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Triple ignition

28 January 2013 By Antony Currie

General Motors and Ford could be ready to turbo-charge. The two U.S. automakers are admirably cautious about this year’s prospects. There’s a chance, however, that it’s too soon for investors to put on the brakes.

Three blasts from the past could rev things up for the Motown manufacturers. More borrowers with weaker credit are buying new vehicles. Last year, $17 billion of securitizations backed by subprime auto loans hit the market, a near 50 percent increase on 2011. That should add extra oomph to the in-house financing units at Ford and GM.

Luxury cars are also on the rise, with their share of sales increasing by half a percentage point in 2012. The competition in that market is heating up, though. Ford’s Lincoln and GM’s Cadillac brands are more aggressively targeting the likes of BMW and Audi. Hanging in that race may burn up much of the extra profit, for now at least.

The biggest boost should come from selling more pickup trucks. With an average age of over 13 years, according to Citi, they’re the oldest vehicles on the road. And sales are 95 percent correlated to housing. With early signs of a recovery in that market, there’s good reason to expect pickup sales to, well, pick up.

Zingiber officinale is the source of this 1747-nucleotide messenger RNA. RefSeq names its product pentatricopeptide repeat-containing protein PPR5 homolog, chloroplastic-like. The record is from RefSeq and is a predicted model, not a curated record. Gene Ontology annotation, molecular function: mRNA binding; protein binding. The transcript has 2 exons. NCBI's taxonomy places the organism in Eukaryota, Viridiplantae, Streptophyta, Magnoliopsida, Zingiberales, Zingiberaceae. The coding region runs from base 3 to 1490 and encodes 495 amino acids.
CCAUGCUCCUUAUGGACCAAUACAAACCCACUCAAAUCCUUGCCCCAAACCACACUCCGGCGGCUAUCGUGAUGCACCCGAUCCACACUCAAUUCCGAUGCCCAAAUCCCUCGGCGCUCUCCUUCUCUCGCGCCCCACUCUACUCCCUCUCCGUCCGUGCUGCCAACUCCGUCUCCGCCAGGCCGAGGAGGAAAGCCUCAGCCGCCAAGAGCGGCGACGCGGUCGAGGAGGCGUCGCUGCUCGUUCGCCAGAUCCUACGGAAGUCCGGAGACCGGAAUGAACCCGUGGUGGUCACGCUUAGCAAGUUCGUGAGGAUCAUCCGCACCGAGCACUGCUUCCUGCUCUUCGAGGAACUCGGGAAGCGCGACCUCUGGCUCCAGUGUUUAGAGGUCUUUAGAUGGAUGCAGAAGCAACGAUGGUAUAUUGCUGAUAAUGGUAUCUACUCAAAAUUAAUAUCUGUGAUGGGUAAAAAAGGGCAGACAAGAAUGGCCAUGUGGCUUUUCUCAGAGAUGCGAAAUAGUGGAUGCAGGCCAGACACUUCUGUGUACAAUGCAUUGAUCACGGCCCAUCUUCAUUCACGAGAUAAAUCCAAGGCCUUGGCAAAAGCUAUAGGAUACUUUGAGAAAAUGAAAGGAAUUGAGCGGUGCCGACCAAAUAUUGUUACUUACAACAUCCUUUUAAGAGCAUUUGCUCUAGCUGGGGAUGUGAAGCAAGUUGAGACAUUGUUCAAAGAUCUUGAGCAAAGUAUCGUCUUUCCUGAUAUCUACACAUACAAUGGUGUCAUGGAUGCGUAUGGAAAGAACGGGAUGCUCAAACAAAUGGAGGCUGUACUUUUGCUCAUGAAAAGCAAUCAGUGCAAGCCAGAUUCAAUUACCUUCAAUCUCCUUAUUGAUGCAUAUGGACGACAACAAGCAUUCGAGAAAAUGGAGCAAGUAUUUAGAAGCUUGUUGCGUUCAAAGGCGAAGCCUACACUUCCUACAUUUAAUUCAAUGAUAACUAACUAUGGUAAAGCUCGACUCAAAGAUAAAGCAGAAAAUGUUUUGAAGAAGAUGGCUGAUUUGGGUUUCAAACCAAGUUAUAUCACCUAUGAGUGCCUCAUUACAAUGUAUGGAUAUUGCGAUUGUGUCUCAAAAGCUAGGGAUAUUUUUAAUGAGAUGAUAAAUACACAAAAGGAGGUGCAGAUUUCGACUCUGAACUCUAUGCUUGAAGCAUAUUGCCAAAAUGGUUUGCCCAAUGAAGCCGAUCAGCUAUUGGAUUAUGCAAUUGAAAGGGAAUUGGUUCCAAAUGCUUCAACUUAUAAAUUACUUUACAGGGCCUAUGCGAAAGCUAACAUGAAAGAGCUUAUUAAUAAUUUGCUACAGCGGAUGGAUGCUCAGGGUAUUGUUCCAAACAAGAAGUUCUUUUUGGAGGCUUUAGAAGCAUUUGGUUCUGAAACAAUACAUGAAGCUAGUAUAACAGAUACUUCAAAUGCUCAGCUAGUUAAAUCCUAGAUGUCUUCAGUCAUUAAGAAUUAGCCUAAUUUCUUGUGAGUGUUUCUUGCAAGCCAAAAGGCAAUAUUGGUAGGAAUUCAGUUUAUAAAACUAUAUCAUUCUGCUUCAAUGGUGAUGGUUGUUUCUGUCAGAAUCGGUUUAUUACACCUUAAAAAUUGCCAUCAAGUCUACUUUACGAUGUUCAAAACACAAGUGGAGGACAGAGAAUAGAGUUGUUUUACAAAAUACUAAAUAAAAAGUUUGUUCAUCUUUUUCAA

Trucks provide among the best pre-tax margins – some 20 percent, as a midpoint of various estimates. They currently represent less than 12 percent of total U.S. vehicle sales. Returning to the historical average of around 17 percent, according to a GM presentation, would add an extra 810,000 or so to production this year, based on estimated overall sales of 15.3 million.

That’s an extra $3.9 billion of net income, using an average price of $30,000 and a 20 percent tax rate. Assuming GM and Ford capture the same shares they have of full-size pickups, it would add $1.6 billion and $1.5 billion to their respective earnings. Pop that on an earnings multiple of 10 times and it suggests a jolt of about a third to the market values of both companies.

It may well take more than a few months for these three factors to truly ignite. When they do, though, Ford and GM should speed ahead.


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